... and alittle kerosene ... (KEVIN AUSTIN )

Subject: ... and alittle kerosene ...
Date:    Wed, 20 Sep 2000 22:18:09 -0400

Sorry, long posting! First a word of thanks to all who are contributing and thinking about this issue. Following from the current discussion about demonstrations and peer review, and AH's comments about web-realities, a brief anecdote about the 'grey zone'. I teach electroacoustics at a university that has only undergraduate courses in this field. Bregman's ASA has been a major contributor to discussions in the field of sound art. This year I am running a pilot-project course for undergraduate Fine Arts students on Auditory Scene Analysis, and call it the creation of an 'annotated index'. There are over half-a-dozen students who are reading ASA (on their own) and are being asked to find the words (and terms) that they think are significant, and a database will be created giving definitions provided by the students. The objective is to also be able to include 'sonic demonstrations' of these terms and concepts drawn from the 'sound art' (ea/cm) community as well as verbal formulations. These definitions will be written by (non-science) undergraduate students for other undergraduate students who will at some time read ASA: the definitions will also point to _applications_ of these concepts by electroacoustic composers, in works that have been composed. This is part of an ongoing attempt to build a real link between the scientific, psychoacoustic and artistic communities: part of the development of the (artistic) field of "electroacoustic'ology" (parallel to 'musicology' eg). I could see that 'audio demonstrations' could also be included in the 'electroacousticology' ejournal that will become the home of this database, in which case, the 'research materials' will become available from sources other than those recognized by the scientific / research communities. Will this decrease their 'value' because they are not peer reviewed? Maybe within the scientific / research community, but as noted, the objective is to build links between "theory" and "creative artistic application". ASA has one chapter each on Auditory Organization in Music, and in Speech Perception. There is much on pp 455-461 that simply begs for specific sonic examples: and numerous counterexamples. Placing such highly debatable ideas into an 'open environment' (without the necessity of a possibly limiting anonymous peer review) could allow other disciplines to examine the precepts and possible consequences from other perspectives. There would be no 'anonymous peer' review as such, since much of the work is about 'perception', which (appears to be) by nature, individual or statistical. But the case may be able to be made that a number of conclusions could be drawn regarding the significance of an idea, based upon how (and if) creative artists have attempted to, or have employed the idea. (An example of this is the Shepherd's tone that has an interesting barbershop pole concept of rising pitch, but in practice has been employed mostly by one major composer. When trained listener's hear, the name Risset jumps immediately to mind: it has not been (from my listening) widely adopted in the electroacoustic compositional field.) In summary (at last!) I think that there are many (other) ways to circulate (and evaluate) ideas regarding perception, and that the web will provide paths for individuals (and groups) that have only been dreamt of until now. whew! Best Kevin kaustin(at)vax2.concordia.ca ------------------------------------------------------------------------- -------------------------------------------------------------- Professor K Austin EuCuE - Department of Music / Departement de musique universite Concordia University 7141, rue Sherbrooke o Montreal, QC H4B 1R6 CANADA -------------------------------------------------------------- tel: (1) 514 - 848 - 4709 FAX: (1) 514 - 848 - 2808 Vous pouvez ecrire en francais ou en anglais.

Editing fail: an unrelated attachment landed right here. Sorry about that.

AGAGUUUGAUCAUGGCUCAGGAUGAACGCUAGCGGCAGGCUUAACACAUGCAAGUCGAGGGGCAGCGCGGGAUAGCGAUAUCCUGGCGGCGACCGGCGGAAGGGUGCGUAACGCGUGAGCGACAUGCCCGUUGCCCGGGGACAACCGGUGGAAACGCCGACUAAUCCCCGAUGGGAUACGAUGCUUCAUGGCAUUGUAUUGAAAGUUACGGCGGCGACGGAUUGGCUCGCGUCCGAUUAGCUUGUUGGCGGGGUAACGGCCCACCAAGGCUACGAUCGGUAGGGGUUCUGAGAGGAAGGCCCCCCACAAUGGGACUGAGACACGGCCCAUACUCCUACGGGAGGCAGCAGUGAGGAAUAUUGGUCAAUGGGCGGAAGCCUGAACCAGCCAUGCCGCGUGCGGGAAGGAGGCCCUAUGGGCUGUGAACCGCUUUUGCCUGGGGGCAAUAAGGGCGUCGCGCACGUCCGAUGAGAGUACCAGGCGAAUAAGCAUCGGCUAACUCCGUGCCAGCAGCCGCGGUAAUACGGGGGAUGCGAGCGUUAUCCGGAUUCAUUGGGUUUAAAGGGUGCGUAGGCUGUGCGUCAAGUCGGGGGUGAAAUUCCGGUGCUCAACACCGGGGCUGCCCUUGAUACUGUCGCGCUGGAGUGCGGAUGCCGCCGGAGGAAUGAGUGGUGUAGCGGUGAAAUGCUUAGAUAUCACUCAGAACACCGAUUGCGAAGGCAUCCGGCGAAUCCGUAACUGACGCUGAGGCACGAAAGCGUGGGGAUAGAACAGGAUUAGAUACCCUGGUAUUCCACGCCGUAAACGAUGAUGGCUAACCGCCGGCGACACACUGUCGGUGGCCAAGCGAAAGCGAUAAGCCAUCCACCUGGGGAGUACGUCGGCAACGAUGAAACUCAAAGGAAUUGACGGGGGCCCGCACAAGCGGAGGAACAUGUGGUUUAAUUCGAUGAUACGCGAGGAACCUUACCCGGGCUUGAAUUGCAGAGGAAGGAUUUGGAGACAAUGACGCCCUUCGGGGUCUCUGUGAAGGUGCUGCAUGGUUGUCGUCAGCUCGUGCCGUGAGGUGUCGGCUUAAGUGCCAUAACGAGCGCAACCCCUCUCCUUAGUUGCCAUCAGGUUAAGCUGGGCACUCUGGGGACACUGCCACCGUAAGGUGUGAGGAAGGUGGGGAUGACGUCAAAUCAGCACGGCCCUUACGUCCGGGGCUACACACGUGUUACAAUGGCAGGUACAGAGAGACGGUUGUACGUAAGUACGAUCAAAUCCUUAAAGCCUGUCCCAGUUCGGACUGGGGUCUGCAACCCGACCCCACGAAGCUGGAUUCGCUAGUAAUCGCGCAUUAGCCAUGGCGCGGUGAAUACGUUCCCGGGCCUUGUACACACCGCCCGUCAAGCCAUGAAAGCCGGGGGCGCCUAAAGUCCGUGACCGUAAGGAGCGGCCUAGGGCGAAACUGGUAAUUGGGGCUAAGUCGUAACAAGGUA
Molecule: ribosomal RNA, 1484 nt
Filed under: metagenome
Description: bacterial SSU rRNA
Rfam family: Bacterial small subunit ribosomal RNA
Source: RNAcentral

This message came from the mail archive
maintained by:
DAn Ellis <dpwe@ee.columbia.edu>
Electrical Engineering Dept., Columbia University